Kathryn O’Reilly’s second play Poisoned Polluted focuses on the fragmenting relationship between two women – in this case, sisters. The play follows the two, known only as Her (Anna Doolan) and Sister (Kathryn O’Reilly), as they’re forced to leave behind the innocence of childhood and face up to an uncertain future that’s scarred by addiction and trauma. As the years pass, their close bond and love for each other becomes twisted into something that will ultimately prove damaging to them both.
As children, the sisters hide out from their mum’s addiction and their dad’s abuse in the local “forest” – which, with the benefit of hindsight, they can now acknowledge was really just a few trees next to the park. That motif of nature as a tainted refuge is present also in Mayou Trikerioti’s set, which consists of printed, peeling sheets that make up a distorted backdrop image of woodland trees.
The play itself is structured as a series of short, sharp scenes which, under Lucy Allan’s direction, often flow seamlessly into one another. These chart the sisters’ downward spiral and the shift in their relationship as Her, who as a child benefited from her older sister’s protection, finds herself suddenly forced to return the favour. Anna Doolan and Kathryn O’Reilly both give excellent performances, meticulously portraying all their characters’ fear, frustration and pent-up resentment, right alongside the love and affection that continues against all odds to hold these two damaged women together. The tragedy of the play is that the two characters need each other – and yet neither of them can truly be happy until they break free of their never-ending cycle of codependency.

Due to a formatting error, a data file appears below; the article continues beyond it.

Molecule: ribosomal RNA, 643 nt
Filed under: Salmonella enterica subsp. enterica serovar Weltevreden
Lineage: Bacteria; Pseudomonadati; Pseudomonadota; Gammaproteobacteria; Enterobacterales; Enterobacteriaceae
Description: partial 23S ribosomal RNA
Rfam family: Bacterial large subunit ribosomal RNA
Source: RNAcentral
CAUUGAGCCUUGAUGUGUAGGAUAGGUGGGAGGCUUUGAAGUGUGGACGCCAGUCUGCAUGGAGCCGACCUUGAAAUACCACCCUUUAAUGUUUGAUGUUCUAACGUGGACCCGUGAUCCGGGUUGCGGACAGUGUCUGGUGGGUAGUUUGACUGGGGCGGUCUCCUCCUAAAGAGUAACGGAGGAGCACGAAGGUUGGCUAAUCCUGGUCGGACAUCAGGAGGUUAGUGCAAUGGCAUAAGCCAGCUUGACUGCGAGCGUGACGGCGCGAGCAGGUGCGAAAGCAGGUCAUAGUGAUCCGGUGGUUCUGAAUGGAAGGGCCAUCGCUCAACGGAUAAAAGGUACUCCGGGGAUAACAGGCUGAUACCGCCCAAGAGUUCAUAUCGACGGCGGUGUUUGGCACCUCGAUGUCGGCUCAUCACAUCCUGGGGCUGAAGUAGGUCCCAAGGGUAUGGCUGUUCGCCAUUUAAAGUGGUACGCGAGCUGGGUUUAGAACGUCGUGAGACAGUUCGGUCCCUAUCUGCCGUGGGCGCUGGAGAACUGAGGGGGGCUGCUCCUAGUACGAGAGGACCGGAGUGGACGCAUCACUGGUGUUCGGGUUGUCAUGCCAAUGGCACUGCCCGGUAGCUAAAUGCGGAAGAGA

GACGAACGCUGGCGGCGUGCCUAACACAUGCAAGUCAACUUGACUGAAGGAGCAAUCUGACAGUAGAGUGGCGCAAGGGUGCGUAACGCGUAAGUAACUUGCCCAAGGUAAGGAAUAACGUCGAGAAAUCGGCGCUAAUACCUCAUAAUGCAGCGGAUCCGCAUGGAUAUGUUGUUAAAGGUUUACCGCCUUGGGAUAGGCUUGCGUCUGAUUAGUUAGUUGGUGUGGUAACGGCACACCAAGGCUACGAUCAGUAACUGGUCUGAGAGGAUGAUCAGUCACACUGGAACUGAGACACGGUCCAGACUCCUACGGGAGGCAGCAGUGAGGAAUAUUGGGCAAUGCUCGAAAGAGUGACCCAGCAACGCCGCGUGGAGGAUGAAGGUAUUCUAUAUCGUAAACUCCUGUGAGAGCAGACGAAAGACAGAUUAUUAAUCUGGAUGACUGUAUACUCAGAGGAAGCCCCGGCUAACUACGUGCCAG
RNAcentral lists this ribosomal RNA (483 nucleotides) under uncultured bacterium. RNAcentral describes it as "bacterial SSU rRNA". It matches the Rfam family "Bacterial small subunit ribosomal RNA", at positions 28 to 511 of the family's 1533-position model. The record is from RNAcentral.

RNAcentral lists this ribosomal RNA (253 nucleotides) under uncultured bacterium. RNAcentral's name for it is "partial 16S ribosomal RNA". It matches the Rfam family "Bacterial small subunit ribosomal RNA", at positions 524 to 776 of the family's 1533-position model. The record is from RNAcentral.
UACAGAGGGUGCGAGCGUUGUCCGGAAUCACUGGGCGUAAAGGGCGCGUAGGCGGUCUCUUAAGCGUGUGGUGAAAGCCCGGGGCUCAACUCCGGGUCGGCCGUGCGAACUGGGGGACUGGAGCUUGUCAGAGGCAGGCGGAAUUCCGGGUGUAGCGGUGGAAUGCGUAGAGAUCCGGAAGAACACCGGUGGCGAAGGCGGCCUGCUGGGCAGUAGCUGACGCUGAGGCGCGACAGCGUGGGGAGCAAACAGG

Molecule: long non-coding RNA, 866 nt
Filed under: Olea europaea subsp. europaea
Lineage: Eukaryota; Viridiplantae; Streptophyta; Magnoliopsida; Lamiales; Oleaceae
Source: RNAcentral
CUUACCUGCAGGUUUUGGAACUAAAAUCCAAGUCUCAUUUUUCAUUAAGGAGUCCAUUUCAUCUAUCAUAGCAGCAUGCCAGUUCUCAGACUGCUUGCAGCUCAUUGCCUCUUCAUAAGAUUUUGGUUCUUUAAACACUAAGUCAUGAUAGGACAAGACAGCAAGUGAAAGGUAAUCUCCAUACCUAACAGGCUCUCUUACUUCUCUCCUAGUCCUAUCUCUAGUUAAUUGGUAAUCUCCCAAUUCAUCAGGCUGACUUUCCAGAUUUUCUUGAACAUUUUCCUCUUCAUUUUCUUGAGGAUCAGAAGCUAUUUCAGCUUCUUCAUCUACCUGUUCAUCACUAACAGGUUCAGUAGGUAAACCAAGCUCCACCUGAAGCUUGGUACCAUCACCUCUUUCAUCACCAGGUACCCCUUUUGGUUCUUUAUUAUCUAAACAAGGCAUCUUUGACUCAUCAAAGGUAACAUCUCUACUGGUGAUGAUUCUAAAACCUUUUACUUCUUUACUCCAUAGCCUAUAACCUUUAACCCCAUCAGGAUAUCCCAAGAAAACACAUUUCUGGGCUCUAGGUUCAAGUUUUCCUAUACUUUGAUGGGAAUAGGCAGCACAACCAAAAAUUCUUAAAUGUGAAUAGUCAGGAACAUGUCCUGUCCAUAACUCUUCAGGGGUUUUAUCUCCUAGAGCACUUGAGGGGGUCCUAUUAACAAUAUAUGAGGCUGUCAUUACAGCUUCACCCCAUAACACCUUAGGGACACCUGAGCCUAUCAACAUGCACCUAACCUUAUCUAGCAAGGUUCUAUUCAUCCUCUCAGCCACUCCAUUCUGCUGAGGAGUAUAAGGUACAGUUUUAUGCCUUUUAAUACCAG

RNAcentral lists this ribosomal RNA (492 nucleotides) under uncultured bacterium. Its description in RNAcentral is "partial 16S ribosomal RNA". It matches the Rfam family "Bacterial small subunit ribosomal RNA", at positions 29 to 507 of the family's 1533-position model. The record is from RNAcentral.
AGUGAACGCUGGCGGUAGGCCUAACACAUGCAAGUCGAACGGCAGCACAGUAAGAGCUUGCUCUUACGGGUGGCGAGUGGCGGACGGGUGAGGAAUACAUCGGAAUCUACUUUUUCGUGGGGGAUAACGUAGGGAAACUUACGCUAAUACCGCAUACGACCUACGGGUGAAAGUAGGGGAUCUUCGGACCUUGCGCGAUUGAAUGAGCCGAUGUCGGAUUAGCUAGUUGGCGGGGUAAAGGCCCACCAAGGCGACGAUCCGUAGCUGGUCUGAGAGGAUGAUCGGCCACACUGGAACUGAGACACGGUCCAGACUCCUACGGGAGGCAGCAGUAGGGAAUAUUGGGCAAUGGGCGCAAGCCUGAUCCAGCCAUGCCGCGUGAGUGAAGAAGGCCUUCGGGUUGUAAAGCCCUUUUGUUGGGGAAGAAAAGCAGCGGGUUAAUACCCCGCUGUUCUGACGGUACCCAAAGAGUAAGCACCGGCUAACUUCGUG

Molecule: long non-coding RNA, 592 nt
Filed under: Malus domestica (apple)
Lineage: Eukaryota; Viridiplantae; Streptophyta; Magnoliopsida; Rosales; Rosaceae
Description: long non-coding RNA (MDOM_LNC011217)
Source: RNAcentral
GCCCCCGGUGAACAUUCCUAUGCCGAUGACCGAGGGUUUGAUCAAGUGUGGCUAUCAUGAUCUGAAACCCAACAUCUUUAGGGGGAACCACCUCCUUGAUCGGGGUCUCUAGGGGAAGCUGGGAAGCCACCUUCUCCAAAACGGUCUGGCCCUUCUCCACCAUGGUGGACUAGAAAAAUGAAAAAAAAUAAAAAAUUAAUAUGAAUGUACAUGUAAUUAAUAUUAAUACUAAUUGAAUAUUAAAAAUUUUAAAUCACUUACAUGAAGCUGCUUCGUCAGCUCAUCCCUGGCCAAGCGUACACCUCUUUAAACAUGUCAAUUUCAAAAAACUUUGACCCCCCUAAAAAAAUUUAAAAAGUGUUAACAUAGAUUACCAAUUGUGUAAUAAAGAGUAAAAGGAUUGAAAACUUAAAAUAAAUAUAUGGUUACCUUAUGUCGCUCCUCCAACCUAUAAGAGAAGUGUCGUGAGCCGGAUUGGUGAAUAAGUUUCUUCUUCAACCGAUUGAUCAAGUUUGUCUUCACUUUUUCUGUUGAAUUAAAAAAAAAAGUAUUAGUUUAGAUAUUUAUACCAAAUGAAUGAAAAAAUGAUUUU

While the use of language in the play is important, just as powerful are the moments of silence; movement sequences between scenes (directed by Sophie Shaw), performed without words, evoke the painful emotions that dialogue – even the most poetic – can’t quite capture. Similarly, though they never appear on stage and feature only briefly at the start of the story, the sisters’ parents both loom large as characters throughout, and there are moments when, if we follow the actors’ fearful gazes, we can picture them clearly and feel the anxiety their presence continues to evoke.
As Sister tries again and again to get clean, the play begins to take on a feeling of repetition – but just as we begin to share Her’s frustration and despair, everything comes slamming to a halt with an emotional gut-punch of a final scene. This is a story in which we understand early on there can be no winners, whatever the final outcome, and that knowledge makes it an intense and often difficult watch. Powerfully written and performed, the play shines an uncomfortable light on the ways in which a relationship that should be healthy and innocent can be twisted by the actions of others into something deeply damaging, and how the repercussions of a difficult childhood can continue to be felt even years later.
Poisoned Polluted is at Old Red Lion Theatre until 30th November.